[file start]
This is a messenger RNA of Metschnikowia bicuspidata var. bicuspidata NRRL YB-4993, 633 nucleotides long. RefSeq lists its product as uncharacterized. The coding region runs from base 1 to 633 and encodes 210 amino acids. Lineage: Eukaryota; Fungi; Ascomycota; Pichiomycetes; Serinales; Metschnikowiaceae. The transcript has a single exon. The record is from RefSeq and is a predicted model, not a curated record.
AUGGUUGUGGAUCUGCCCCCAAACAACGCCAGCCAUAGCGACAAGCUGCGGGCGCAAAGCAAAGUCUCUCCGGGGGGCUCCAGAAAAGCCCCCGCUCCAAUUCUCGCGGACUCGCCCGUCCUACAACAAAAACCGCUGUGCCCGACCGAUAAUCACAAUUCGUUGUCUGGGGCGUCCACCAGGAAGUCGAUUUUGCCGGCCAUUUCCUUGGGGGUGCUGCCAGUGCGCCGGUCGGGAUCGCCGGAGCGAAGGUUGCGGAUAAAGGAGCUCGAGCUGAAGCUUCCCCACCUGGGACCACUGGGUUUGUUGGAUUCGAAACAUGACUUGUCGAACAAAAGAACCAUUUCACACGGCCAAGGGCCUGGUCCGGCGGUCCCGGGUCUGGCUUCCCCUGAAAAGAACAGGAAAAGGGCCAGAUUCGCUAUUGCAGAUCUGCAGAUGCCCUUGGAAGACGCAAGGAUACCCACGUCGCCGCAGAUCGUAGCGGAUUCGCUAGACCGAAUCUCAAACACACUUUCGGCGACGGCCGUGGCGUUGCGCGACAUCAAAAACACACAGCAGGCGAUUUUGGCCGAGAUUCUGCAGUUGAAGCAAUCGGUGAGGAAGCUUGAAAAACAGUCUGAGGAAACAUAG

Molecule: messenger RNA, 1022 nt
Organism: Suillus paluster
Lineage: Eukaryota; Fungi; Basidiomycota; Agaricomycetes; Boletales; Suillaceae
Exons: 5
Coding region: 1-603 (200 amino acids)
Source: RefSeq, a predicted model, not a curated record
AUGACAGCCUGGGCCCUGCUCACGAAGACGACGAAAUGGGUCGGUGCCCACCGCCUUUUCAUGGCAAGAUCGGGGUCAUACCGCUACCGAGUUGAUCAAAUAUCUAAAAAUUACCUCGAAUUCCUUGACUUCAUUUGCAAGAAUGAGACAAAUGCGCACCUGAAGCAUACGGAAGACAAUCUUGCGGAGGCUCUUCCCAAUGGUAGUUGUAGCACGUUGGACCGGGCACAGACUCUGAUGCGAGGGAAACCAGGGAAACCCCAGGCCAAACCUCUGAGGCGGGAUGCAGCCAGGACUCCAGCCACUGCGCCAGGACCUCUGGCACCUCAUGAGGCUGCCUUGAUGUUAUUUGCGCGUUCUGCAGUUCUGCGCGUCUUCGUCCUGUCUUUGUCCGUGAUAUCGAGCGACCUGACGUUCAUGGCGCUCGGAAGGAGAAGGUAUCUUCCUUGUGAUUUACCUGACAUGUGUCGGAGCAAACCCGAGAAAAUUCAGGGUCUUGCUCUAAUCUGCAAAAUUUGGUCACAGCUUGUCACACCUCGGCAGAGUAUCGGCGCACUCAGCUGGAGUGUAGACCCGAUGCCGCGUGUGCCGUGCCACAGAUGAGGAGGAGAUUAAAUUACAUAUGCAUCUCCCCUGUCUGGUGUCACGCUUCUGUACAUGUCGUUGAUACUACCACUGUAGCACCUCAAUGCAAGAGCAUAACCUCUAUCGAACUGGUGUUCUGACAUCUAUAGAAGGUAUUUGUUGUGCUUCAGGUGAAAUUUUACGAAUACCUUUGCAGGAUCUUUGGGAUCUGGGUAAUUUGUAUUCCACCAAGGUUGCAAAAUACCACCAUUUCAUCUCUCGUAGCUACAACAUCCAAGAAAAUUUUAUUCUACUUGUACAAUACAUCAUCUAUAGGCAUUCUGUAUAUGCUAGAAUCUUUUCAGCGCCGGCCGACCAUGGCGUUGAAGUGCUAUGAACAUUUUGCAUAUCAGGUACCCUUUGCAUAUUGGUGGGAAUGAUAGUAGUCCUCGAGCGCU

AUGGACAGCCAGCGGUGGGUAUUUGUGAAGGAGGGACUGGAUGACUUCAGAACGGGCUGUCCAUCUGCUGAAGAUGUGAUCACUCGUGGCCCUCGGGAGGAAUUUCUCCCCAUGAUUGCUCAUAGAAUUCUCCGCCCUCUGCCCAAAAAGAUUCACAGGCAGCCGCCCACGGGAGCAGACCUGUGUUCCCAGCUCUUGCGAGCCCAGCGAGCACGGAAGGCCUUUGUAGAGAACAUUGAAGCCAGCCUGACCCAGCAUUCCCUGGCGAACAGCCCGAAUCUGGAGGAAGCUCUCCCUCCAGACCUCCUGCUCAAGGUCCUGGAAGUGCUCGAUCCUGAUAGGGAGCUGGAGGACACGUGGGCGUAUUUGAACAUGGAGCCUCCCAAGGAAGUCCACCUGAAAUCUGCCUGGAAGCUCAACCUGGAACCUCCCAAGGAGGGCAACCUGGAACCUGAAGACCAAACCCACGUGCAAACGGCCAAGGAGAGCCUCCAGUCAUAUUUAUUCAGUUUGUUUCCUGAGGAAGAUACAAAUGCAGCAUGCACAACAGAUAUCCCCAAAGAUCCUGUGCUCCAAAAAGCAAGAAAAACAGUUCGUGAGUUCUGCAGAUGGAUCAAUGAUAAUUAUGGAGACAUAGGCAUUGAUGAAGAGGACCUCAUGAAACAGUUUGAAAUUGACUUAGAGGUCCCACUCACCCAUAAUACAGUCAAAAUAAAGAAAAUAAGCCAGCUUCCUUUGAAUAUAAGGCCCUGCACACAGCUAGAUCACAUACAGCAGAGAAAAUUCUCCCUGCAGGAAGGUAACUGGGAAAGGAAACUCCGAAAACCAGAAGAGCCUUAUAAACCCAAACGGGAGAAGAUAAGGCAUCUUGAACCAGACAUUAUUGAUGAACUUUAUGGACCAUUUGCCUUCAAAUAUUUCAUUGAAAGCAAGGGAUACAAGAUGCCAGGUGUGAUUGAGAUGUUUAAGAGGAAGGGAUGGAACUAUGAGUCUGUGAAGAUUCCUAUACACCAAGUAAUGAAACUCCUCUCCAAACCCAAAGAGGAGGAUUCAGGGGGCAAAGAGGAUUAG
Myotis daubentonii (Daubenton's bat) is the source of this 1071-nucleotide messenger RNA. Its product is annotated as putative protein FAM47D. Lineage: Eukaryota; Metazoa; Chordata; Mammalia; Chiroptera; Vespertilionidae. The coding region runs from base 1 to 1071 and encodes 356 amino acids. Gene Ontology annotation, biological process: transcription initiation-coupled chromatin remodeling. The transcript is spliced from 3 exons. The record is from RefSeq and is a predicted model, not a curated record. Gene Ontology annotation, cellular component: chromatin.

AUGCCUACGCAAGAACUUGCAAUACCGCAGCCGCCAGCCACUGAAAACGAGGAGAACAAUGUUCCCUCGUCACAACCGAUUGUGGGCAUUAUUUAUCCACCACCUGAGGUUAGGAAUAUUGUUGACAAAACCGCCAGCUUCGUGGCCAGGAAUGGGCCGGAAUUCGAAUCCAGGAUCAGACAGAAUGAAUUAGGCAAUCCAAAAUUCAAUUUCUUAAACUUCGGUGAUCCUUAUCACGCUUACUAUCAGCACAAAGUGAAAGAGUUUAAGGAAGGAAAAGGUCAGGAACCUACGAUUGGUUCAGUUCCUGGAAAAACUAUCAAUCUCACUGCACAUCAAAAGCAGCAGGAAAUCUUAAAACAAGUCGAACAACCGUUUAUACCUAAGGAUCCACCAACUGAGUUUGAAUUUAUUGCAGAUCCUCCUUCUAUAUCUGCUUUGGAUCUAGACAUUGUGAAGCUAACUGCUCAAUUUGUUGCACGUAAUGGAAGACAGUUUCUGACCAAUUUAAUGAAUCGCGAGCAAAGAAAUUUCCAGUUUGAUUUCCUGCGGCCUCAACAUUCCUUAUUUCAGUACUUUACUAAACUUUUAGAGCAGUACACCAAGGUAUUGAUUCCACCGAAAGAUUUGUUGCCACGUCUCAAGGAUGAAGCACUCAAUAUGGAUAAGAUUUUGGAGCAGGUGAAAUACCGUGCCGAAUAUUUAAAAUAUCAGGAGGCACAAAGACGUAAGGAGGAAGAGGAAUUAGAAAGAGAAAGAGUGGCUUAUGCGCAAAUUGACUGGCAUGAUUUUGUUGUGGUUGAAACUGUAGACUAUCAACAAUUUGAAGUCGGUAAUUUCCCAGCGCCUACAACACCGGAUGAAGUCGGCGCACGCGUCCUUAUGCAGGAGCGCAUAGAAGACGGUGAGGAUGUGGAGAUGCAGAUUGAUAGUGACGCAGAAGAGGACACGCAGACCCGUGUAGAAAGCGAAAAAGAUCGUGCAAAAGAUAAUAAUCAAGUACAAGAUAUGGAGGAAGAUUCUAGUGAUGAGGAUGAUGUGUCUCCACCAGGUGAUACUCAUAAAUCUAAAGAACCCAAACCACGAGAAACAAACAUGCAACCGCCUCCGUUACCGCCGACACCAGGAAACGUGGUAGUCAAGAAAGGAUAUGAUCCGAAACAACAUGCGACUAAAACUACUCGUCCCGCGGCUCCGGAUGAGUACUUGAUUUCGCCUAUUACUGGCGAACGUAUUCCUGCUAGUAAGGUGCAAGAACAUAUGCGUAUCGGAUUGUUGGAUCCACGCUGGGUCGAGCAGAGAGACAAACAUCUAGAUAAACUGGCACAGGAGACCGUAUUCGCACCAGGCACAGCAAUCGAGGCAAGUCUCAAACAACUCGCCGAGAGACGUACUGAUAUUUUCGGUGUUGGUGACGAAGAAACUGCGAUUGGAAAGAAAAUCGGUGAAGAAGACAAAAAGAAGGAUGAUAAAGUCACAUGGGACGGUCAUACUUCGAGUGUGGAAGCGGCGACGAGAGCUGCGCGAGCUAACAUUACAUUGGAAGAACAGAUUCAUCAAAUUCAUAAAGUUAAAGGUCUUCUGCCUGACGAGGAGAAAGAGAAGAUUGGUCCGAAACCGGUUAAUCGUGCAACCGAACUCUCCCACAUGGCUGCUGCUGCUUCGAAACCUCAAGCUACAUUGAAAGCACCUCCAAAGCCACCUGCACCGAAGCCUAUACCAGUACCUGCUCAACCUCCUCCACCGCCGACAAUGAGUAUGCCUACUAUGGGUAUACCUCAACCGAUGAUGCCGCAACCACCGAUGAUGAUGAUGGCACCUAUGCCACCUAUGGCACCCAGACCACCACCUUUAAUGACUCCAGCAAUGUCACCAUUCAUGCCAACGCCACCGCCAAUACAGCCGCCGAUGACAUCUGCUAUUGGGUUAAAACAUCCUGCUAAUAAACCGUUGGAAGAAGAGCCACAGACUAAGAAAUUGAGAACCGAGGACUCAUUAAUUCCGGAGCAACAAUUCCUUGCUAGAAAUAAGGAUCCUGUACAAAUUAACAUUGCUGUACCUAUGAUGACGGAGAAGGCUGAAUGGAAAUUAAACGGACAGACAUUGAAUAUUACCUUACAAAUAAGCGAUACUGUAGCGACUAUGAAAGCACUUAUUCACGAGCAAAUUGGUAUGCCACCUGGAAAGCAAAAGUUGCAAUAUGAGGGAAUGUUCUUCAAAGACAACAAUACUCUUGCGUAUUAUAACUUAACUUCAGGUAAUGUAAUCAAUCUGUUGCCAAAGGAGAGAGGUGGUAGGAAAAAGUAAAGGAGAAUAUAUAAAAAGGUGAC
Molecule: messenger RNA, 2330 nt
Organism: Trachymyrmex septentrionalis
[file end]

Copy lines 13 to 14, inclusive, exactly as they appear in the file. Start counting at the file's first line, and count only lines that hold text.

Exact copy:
Molecule: messenger RNA, 2330 nt
Organism: Trachymyrmex septentrionalis